My gaming buddies (Mike Vogt, Neil Stanhagen, Joe Jackson, and Joe’s son) and I got Sidereal Confluence on the table this past weekend. We’re all wargamers at heart, so we went in looking to cut the other guy out of what he needed to win—and in the process realized that we were harming ourselves instead. After the first turn, where we grudgingly made exchanges and insisted on usurious exchange rates, our economic engines were quite anaemic.

This is not a zero sum game; the converters continually pump more and more resources into the game, and more resources are constantly needed to upgrade to the better (and more lucrative, VP-wise) technologies. No, this is a game about arbitrage, about maximizing delta through efficiency and understanding the flow of supply and demand.

Once we figured out that you don’t need to “win” a trade, you just need to come out of it with slightly more than you went in, either in resources or tempo or even goodwill, everything changed, and that’s when it got nicely nasty. Trading became less about immediate personal needs and more about the table’s needs. Blue cubes (biotechnology, in the game’s parlance) about to be in demand? Figure that out a turn before everyone else does, corner the market ahead of time, and take your pick of the offers to fuel your own economy afterwards. As so often in life, it’s better to be a seller…

Sidereal Confluence is certainly not for every game group. Trading, the heart of the game, takes place simultaneously. There’s no orderly queue for offers—think the Chicago Mercantile Exchange futures pit and you have some idea. It is, frankly, a panic for players afflicted with overanalysis syndrome or min-maxers in general; while they’re trying to figure out what they need for a hyper-efficient exchange, the other players have already traded and re-traded for what they need, and to then prise it out of their hands (or claws or pincers or whatever species-equivalent appendage they have) will cost. All trades are binding, too, so no take-backs if you’re slow to the trading floor or poor at math. One either relishes this kind of free-for-all gaming experience or runs screaming from it.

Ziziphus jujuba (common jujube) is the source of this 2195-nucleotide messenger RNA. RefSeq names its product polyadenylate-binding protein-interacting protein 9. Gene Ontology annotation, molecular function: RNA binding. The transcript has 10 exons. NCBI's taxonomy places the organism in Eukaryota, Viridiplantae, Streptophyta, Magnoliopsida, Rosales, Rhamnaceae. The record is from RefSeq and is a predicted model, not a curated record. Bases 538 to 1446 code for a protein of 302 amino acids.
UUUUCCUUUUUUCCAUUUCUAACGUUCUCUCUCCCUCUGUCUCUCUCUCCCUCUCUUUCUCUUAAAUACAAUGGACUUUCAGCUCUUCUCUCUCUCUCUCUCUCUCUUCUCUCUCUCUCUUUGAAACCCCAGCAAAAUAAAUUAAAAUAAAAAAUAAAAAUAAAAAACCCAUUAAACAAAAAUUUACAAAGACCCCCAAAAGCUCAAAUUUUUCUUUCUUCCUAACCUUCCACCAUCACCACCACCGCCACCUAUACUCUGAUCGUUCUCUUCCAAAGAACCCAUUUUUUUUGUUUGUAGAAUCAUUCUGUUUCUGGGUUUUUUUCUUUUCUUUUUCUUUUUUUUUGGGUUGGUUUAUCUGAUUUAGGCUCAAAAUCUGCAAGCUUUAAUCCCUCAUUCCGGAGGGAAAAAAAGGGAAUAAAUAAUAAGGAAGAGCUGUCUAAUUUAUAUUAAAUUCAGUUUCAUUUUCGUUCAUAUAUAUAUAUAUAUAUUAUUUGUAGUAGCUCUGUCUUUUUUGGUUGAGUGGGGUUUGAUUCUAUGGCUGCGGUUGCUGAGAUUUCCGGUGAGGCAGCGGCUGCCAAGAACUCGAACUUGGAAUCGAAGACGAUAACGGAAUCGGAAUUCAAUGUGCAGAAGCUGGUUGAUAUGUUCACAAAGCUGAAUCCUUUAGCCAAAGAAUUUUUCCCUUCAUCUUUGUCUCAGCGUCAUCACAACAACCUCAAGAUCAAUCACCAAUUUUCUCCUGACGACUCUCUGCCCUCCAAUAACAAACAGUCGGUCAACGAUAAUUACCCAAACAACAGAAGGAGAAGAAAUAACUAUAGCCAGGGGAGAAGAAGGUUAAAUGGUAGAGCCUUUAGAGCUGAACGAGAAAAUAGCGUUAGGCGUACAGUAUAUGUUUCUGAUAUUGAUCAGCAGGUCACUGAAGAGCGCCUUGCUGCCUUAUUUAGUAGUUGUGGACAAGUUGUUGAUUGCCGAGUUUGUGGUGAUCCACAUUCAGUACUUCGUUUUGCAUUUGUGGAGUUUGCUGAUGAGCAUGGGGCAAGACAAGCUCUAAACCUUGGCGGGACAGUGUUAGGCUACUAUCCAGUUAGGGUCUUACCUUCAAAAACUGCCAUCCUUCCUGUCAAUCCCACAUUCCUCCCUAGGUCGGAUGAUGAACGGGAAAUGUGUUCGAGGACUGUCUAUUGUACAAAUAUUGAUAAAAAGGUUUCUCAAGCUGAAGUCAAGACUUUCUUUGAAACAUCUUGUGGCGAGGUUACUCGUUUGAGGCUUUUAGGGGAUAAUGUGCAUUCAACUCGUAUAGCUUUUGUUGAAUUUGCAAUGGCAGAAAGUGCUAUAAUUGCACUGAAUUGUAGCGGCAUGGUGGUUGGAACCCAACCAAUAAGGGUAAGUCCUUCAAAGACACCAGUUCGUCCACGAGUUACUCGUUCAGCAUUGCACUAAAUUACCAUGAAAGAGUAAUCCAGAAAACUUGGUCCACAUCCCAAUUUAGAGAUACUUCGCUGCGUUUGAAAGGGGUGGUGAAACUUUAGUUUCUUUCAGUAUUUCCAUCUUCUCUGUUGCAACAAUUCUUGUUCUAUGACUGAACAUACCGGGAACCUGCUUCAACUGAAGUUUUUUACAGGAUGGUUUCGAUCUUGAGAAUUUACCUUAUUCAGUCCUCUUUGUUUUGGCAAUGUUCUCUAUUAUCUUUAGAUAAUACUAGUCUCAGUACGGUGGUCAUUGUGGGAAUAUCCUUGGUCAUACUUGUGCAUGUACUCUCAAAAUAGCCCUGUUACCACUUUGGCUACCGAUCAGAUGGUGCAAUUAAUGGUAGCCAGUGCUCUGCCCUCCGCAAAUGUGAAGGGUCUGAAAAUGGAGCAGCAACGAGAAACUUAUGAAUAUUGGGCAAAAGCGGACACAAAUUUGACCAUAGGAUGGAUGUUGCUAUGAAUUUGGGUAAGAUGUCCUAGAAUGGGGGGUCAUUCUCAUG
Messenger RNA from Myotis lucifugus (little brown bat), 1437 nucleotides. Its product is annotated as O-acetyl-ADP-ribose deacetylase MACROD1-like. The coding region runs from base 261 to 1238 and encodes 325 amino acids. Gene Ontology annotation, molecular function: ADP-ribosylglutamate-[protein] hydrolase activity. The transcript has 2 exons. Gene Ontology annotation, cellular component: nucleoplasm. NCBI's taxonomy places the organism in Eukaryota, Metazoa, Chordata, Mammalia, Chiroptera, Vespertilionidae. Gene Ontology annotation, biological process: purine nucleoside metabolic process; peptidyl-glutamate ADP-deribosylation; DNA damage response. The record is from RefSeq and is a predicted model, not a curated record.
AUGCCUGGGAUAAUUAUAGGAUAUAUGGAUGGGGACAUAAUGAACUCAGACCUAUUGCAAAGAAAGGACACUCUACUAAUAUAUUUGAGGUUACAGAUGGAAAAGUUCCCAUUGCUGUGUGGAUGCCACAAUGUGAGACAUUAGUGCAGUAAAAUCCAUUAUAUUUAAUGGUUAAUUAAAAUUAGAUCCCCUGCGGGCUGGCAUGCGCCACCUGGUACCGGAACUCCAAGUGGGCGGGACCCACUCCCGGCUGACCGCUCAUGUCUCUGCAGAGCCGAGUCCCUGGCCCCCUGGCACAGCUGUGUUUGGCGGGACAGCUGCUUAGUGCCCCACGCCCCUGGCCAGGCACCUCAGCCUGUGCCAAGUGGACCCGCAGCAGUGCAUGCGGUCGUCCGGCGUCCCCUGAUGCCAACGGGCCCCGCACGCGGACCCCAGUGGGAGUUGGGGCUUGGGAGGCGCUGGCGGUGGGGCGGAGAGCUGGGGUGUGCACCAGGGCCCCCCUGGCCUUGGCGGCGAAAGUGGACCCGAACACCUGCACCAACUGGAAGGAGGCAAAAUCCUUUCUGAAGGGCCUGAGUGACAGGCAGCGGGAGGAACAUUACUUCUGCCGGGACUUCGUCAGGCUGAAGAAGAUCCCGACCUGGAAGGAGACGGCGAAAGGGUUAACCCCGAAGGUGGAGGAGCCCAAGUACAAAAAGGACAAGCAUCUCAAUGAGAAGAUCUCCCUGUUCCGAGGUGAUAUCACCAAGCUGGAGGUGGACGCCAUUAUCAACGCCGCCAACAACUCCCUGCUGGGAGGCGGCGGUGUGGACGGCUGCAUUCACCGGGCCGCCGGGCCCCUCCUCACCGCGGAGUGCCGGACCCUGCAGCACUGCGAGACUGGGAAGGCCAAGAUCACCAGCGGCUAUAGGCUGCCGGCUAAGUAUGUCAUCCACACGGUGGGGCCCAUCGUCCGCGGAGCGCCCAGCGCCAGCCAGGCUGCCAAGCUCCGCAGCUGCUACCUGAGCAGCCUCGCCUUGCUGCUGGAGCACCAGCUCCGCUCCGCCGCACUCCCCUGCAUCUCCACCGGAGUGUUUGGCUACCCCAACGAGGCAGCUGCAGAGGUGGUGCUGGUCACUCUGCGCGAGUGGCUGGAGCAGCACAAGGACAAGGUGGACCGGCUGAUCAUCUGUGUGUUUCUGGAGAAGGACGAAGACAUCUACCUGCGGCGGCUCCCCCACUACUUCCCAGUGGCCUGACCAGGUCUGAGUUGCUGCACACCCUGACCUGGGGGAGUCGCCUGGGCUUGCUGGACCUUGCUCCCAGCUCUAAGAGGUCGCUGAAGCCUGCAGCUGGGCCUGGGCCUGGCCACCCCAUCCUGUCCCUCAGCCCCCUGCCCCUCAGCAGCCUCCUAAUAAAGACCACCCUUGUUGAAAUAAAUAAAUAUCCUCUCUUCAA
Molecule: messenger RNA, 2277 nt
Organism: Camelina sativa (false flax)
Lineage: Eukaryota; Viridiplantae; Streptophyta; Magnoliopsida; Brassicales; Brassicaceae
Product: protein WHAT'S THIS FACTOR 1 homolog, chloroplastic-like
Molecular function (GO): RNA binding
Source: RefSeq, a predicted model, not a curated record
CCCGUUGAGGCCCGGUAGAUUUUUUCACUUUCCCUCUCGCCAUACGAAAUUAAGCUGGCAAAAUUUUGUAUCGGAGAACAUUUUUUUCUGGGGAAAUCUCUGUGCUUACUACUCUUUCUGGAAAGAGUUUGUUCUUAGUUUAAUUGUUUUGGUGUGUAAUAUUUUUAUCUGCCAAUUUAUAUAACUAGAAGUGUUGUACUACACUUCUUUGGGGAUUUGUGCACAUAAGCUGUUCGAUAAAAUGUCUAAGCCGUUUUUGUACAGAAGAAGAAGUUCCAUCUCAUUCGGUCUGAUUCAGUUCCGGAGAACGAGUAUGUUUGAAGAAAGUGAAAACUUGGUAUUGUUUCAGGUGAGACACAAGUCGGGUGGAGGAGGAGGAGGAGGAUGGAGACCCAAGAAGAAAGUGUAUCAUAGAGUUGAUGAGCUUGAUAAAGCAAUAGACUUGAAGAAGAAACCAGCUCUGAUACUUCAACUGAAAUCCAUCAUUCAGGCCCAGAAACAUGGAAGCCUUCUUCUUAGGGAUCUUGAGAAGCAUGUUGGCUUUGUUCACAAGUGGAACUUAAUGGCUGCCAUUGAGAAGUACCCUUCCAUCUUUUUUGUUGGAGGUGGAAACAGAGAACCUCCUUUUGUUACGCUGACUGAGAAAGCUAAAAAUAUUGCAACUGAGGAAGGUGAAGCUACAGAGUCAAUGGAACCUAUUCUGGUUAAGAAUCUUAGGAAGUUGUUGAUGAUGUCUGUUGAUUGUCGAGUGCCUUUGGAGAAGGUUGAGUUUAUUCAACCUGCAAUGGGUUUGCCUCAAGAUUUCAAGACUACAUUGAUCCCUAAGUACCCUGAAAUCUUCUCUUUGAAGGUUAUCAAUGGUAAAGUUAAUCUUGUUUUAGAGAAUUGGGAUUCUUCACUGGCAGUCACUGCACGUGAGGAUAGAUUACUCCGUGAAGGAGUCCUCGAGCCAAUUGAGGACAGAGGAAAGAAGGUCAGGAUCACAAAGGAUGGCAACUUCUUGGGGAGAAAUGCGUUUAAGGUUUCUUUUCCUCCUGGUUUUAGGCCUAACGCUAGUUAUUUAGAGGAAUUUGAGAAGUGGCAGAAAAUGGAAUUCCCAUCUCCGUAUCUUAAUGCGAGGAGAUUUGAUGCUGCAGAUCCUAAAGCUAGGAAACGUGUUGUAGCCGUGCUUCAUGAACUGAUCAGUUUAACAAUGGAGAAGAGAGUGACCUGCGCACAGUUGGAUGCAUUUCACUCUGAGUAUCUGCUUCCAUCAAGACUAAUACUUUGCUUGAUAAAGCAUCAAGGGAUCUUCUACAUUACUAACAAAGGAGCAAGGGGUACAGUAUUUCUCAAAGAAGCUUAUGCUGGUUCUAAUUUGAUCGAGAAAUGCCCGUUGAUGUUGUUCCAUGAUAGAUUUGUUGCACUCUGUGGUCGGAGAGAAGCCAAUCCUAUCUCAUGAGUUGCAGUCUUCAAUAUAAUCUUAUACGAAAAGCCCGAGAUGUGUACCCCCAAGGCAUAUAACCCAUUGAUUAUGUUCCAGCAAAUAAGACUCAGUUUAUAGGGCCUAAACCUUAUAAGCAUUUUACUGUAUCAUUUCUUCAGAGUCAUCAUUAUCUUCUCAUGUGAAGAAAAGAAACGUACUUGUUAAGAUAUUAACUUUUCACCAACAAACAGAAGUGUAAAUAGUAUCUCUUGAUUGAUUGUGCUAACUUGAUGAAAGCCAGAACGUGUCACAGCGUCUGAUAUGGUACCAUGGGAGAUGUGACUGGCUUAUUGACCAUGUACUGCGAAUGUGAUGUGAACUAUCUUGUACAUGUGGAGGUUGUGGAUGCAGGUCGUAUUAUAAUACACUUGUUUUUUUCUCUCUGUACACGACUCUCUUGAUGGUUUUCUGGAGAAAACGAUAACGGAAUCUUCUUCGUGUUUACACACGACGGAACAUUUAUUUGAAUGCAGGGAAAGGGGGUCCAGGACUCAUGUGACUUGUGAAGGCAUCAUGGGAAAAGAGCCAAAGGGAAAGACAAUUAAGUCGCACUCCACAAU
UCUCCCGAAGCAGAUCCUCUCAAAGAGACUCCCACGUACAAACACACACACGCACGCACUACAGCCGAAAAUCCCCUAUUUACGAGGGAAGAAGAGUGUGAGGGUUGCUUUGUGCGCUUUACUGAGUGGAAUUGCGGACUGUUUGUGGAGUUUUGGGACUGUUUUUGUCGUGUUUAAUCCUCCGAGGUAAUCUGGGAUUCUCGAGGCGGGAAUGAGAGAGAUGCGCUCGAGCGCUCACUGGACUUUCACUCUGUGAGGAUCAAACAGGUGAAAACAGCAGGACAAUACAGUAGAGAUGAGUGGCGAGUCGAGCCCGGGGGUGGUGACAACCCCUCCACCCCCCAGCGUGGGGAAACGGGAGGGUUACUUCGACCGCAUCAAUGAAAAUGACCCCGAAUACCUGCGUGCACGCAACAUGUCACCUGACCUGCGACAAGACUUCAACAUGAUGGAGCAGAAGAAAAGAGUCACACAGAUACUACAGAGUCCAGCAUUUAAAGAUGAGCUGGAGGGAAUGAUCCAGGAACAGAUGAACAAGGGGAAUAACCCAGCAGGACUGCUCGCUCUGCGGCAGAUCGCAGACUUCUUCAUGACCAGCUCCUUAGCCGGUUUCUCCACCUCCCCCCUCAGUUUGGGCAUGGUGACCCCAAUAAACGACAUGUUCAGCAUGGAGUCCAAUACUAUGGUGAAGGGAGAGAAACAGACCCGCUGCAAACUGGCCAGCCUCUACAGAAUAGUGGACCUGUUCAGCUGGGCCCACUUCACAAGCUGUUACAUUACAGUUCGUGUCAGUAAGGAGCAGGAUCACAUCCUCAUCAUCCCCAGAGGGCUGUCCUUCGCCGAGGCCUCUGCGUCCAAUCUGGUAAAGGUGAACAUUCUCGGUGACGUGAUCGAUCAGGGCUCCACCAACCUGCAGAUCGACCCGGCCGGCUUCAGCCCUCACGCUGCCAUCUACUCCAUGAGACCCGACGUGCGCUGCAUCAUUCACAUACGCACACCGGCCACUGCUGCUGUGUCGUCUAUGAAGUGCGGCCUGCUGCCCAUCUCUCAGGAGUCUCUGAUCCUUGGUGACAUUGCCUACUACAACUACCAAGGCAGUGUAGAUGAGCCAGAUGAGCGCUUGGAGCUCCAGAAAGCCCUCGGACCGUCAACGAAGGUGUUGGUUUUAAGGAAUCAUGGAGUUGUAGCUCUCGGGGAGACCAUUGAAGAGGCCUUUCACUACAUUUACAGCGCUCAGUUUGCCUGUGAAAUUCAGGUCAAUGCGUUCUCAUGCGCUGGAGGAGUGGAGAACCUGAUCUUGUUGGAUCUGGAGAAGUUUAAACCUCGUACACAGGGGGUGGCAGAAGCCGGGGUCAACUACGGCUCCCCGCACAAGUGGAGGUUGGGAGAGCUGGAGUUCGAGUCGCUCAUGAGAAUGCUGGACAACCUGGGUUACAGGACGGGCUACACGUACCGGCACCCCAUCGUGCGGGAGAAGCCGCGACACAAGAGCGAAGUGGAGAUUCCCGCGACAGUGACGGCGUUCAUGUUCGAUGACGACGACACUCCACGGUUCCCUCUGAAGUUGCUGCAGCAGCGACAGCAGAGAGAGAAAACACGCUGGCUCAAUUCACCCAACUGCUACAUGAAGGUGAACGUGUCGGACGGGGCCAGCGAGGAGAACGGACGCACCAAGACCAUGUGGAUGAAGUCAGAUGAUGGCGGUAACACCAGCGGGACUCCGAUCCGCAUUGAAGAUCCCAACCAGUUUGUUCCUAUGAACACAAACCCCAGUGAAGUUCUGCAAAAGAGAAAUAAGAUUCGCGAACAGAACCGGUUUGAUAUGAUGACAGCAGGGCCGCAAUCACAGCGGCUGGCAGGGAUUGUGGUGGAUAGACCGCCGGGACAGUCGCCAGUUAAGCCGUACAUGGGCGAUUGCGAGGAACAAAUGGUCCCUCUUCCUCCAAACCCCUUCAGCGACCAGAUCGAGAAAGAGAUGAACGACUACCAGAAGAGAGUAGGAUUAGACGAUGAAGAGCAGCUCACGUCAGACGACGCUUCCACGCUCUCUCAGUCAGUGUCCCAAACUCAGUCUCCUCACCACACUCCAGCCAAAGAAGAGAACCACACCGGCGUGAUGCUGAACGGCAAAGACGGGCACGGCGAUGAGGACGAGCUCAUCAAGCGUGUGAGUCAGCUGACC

Sidereal Confluence in play.

As with most card tableau games, it can get messy, and the main knock I have on the game is that the space required to set up your own play area grows along with your economic engine, such that you need a lot of space per player (or far neater gamers than I’ve yet to meet). Pair that with the need to see everyone else’s tableaux and resources, to properly trade, and you have the potential for serious usability issues. With five, in a rough oval, I found myself trading mostly with the two people on either side of me, just because of the difficulty of parsing that set of cards and cubes across the way; add more players, and more space, and I can’t see how the two sides of the table wind up interacting.

Play time clocks in at two hours, roughly, and given the simultaneous nature of gameplay, I’m inclined to believe the box when it says two hours regardless of player count, from four to nine. Most promisingly, the game teaches fast, and after that initial turn of parsimony, we were trading, leveraging, wheedling, and dealing with the best of them. Oh, it was still a conflict, but it’s always best when a dagger comes with a smile and a receipt.

(Top photo courtesy of Mike Vogt.)